Volvo Ocean Race- Lead change as fleet works their way through High
by Sail-World and Volvo Ocean Race on 13 Jun 2012
A hard night is in store for the six boat fleet on Leg 8 of the Volvo Ocean Race as they suffer light headwinds surrounding the Azores island of São Miguel, which they must round before pointing their bows towards France.
Craig Satterthwaite and Wade Morgan snack up before heading to bed, onboard Abu Dhabi Ocean Racing during leg 8 of the Volvo Ocean Race 2011-12 Nick Dana/Abu Dhabi Ocean Racing /Volvo Ocean Race http://www.volvooceanrace.org
At 2200GMT a significant lead change took place as Puma moved from being in a group with Telefonica and Groupama to join what had been the trailing group of Camper, Abu Dhabi and Sanya.
According to the latest prognosis from www.predictwind.com!Predictwind the placings have closed up to the point where Puma leads Groupama by five minutes with Camper probably in fourth but only 15minutes behind Puma.
Those predictions are based on the time to finish rather than to hit the waypoint off Sao Miguel in the Azores.
At 1900 GMT Groupama were just 0.1 nautical miles (nm) ahead, having maintained their tenuous lead over hard-pushing Telefónica, while Puma Ocean Racing, 2.9 nm behind, complete the leading trio of sisterships. No one is giving an inch in what is turning into a battle of epic proportions.
'So far the three of us have been glued to each other for the entire race. It’s no wonder that three nearly identical boats are on top of each other,' said Puma skipper Ken Read.
The leaders should be free of the high pressure by Wednesday morning, but tonight the wind had eased considerably and speeds had dropped accordingly.
Latest position updates and predictions of both wind and optimum route from www.predictwind.com!Predictwind show that that the fleet has split into two groups on the approach to the Azores. The period of light winds will last about 10 hours, and winds will be lighter than earlier predicted.
Once around Sao Miguel the game seems to have changed from earlier expectations as the effects of a depression due to move down the French coast has diminished, meaning that the period of fast sailing in 40kt plus winds has reduced from an initial 36 hour period to about 12 hours, but winds will still stay in the mid-20kts average (meaning peak gusts of substantially more), boat speeds are expected to be in the 18-22kt range - not too much different from the early stages of Leg 8, which started in Lisbon on Sunday (UTC).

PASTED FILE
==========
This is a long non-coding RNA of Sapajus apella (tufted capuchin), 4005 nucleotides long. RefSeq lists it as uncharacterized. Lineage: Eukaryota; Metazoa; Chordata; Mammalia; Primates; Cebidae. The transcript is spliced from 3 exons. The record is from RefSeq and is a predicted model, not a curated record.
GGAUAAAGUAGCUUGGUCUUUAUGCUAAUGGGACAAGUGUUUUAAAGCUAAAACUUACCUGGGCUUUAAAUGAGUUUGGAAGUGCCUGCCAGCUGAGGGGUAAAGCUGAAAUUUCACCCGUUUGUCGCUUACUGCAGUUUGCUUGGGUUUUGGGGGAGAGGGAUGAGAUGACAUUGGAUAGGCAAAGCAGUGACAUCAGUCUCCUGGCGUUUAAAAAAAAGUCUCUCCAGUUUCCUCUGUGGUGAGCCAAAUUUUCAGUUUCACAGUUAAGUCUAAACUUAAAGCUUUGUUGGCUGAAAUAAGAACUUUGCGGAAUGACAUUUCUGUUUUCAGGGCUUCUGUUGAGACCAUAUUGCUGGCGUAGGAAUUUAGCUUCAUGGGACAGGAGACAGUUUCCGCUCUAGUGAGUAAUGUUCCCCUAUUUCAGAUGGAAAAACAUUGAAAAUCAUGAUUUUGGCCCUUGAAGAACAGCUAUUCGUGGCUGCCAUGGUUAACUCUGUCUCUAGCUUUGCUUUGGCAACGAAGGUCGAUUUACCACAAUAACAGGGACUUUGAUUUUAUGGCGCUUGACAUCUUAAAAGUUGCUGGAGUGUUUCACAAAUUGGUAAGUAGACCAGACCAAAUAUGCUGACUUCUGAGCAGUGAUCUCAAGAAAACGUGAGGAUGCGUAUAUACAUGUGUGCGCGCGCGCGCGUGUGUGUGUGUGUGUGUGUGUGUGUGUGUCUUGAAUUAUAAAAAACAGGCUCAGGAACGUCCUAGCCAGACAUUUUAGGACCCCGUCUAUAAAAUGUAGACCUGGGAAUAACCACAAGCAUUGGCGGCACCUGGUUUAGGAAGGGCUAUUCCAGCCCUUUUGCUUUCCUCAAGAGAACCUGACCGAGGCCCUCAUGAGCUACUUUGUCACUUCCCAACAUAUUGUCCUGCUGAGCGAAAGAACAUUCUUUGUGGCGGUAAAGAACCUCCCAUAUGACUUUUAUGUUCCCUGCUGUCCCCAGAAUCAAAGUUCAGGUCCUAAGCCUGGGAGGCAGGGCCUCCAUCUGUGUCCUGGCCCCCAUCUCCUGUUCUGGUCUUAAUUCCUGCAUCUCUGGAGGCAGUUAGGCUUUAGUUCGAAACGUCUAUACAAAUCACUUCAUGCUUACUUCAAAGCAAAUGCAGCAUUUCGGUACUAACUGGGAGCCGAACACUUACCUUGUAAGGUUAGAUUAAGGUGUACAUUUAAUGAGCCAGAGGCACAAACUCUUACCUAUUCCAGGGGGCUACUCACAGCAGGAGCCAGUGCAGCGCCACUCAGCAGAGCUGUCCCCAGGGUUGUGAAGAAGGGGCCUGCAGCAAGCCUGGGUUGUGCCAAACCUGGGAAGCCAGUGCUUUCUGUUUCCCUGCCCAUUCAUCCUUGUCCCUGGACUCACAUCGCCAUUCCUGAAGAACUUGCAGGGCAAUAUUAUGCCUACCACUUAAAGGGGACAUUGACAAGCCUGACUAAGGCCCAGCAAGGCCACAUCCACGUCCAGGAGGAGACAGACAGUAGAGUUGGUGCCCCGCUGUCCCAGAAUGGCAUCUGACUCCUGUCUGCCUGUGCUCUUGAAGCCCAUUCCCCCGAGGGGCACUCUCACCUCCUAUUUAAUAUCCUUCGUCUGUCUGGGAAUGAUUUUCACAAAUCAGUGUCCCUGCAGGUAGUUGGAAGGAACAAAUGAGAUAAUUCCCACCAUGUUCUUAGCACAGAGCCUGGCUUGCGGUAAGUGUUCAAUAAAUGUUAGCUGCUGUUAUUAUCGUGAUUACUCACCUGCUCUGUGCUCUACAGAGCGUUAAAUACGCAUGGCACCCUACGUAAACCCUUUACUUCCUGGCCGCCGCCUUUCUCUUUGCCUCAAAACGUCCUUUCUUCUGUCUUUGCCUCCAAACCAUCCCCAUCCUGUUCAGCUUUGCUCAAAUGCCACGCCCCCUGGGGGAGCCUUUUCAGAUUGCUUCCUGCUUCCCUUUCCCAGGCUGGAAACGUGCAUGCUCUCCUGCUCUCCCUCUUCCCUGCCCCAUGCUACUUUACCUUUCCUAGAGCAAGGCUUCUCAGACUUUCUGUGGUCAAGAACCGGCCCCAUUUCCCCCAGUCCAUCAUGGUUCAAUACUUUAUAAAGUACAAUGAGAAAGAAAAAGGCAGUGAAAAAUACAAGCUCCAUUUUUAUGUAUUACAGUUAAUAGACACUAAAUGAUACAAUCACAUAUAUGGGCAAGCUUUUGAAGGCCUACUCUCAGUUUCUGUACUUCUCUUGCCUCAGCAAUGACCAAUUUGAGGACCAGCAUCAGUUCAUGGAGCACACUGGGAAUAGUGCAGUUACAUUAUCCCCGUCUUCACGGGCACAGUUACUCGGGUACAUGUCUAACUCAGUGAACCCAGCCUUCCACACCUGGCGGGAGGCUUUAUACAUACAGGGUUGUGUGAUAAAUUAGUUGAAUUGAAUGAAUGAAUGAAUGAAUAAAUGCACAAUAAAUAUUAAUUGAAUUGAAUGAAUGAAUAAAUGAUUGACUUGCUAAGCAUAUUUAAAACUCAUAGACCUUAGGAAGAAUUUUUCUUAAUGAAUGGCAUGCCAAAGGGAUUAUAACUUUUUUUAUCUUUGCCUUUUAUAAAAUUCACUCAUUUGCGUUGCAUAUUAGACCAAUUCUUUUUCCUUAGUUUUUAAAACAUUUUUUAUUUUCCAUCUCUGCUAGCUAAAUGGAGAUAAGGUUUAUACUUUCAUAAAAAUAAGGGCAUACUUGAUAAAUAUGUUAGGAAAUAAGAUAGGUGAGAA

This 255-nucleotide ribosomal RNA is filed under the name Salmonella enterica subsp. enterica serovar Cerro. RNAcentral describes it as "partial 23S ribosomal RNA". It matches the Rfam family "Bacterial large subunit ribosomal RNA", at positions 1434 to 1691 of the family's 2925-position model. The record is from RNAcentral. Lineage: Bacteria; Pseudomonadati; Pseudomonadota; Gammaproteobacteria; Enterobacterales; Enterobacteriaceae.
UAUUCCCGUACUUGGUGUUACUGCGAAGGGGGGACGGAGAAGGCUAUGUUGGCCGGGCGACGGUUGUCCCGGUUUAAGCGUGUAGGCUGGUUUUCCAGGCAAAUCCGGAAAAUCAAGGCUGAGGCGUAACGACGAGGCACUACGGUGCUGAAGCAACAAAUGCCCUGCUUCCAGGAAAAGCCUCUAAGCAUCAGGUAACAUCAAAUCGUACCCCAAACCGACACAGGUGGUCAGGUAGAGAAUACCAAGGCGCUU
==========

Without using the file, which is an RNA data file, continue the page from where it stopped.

Easing winds have opened up two course options for the final two days of the race, with one option still recommending an optimum route to the north of the direct course, with a second option opting for a more direct route to Lorient.
The finish time is now predicted to be in the early hours of Saturday morning - a later time, reflecting the light air period now being faced and the slower final stages of the Leg.
Currently Groupama are the northernmost boat in the fleet, making 9.4 knots, with Telefónica on her starboard hip and Puma just shy of two miles to leeward.
The southerly group of Camper with Emirates Team New Zealand, Abu Dhabi and Sanya are just as closely bunched -- just 12.9 nm separate Groupama in first place from Sanya in sixth position, with 1232 nm to go to the leg finish in Lorient.
Read believes the leg will be won or lost after the turning mark where the fleet will meet an aggressive North Atlantic depression.
'It’s a question of who can deal with the big breeze best and who can avoid breaking in the meantime,' he said.
Puma’s Mar Mostro has performed well on windy downwind stretches and Read said he would not bet against his team pulling off another leg win to make a hat trick of first places.
However, he also said, 'I’m not sure I’d lay every dollar down for us either at the moment. There’s a bunch of good boats out there and it’s hard to pick them on any given day'.
The fleet are expected to round the Azores turning mark in the early hours of June 13 on their way to a Lorient finish at the weekend.